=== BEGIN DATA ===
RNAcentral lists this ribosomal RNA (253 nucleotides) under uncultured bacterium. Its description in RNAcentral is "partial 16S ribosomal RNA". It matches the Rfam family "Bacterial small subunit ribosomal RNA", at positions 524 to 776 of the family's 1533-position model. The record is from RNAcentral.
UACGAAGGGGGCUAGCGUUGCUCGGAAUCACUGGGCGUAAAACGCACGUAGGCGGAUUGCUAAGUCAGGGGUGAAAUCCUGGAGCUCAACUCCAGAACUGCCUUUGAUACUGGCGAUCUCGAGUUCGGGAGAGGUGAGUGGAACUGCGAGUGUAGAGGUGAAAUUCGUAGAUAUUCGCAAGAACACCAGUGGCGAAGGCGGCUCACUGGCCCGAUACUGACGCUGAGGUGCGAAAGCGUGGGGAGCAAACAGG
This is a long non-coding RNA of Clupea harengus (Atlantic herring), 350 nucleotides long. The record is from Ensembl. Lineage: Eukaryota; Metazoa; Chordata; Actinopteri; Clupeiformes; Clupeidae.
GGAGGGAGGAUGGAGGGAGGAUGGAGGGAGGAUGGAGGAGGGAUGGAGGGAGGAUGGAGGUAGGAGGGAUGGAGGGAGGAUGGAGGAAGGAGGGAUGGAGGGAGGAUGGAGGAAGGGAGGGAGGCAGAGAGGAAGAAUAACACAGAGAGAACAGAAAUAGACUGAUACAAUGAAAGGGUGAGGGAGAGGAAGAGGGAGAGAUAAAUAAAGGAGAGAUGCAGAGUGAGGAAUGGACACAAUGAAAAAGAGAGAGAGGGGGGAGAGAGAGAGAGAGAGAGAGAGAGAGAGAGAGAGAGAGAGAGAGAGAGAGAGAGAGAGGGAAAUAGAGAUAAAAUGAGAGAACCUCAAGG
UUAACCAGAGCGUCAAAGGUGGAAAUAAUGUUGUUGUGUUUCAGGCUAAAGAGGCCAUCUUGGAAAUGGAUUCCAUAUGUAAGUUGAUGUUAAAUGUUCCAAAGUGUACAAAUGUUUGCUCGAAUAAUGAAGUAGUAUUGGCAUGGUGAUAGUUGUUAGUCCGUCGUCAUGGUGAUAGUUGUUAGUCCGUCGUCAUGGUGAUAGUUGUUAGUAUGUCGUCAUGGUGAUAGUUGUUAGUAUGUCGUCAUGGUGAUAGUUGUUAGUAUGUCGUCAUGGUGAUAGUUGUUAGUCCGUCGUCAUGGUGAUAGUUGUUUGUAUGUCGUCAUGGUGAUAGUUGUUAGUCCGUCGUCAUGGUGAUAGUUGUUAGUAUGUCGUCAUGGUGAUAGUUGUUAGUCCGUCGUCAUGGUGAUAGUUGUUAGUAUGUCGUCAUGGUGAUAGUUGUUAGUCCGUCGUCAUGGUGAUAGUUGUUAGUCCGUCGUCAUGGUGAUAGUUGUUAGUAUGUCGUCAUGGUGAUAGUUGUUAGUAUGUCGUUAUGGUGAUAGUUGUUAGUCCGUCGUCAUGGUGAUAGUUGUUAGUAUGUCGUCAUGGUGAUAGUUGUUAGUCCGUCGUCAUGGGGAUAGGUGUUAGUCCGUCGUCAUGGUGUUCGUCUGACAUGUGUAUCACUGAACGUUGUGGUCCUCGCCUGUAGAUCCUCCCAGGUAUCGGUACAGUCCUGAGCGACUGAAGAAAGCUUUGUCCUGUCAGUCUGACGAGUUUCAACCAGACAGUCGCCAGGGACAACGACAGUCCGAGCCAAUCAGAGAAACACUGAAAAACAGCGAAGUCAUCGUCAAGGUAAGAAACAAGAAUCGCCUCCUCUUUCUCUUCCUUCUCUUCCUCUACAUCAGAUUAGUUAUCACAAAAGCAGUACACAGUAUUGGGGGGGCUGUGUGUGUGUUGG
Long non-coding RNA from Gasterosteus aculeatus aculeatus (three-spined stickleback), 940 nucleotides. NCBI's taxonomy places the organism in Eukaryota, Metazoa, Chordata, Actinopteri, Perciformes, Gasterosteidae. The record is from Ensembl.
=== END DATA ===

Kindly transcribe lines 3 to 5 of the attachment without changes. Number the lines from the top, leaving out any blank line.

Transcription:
This is a long non-coding RNA of Clupea harengus (Atlantic herring), 350 nucleotides long. The record is from Ensembl. Lineage: Eukaryota; Metazoa; Chordata; Actinopteri; Clupeiformes; Clupeidae.
GGAGGGAGGAUGGAGGGAGGAUGGAGGGAGGAUGGAGGAGGGAUGGAGGGAGGAUGGAGGUAGGAGGGAUGGAGGGAGGAUGGAGGAAGGAGGGAUGGAGGGAGGAUGGAGGAAGGGAGGGAGGCAGAGAGGAAGAAUAACACAGAGAGAACAGAAAUAGACUGAUACAAUGAAAGGGUGAGGGAGAGGAAGAGGGAGAGAUAAAUAAAGGAGAGAUGCAGAGUGAGGAAUGGACACAAUGAAAAAGAGAGAGAGGGGGGAGAGAGAGAGAGAGAGAGAGAGAGAGAGAGAGAGAGAGAGAGAGAGAGAGAGAGAGAGGGAAAUAGAGAUAAAAUGAGAGAACCUCAAGG
UUAACCAGAGCGUCAAAGGUGGAAAUAAUGUUGUUGUGUUUCAGGCUAAAGAGGCCAUCUUGGAAAUGGAUUCCAUAUGUAAGUUGAUGUUAAAUGUUCCAAAGUGUACAAAUGUUUGCUCGAAUAAUGAAGUAGUAUUGGCAUGGUGAUAGUUGUUAGUCCGUCGUCAUGGUGAUAGUUGUUAGUCCGUCGUCAUGGUGAUAGUUGUUAGUAUGUCGUCAUGGUGAUAGUUGUUAGUAUGUCGUCAUGGUGAUAGUUGUUAGUAUGUCGUCAUGGUGAUAGUUGUUAGUCCGUCGUCAUGGUGAUAGUUGUUUGUAUGUCGUCAUGGUGAUAGUUGUUAGUCCGUCGUCAUGGUGAUAGUUGUUAGUAUGUCGUCAUGGUGAUAGUUGUUAGUCCGUCGUCAUGGUGAUAGUUGUUAGUAUGUCGUCAUGGUGAUAGUUGUUAGUCCGUCGUCAUGGUGAUAGUUGUUAGUCCGUCGUCAUGGUGAUAGUUGUUAGUAUGUCGUCAUGGUGAUAGUUGUUAGUAUGUCGUUAUGGUGAUAGUUGUUAGUCCGUCGUCAUGGUGAUAGUUGUUAGUAUGUCGUCAUGGUGAUAGUUGUUAGUCCGUCGUCAUGGGGAUAGGUGUUAGUCCGUCGUCAUGGUGUUCGUCUGACAUGUGUAUCACUGAACGUUGUGGUCCUCGCCUGUAGAUCCUCCCAGGUAUCGGUACAGUCCUGAGCGACUGAAGAAAGCUUUGUCCUGUCAGUCUGACGAGUUUCAACCAGACAGUCGCCAGGGACAACGACAGUCCGAGCCAAUCAGAGAAACACUGAAAAACAGCGAAGUCAUCGUCAAGGUAAGAAACAAGAAUCGCCUCCUCUUUCUCUUCCUUCUCUUCCUCUACAUCAGAUUAGUUAUCACAAAAGCAGUACACAGUAUUGGGGGGGCUGUGUGUGUGUUGG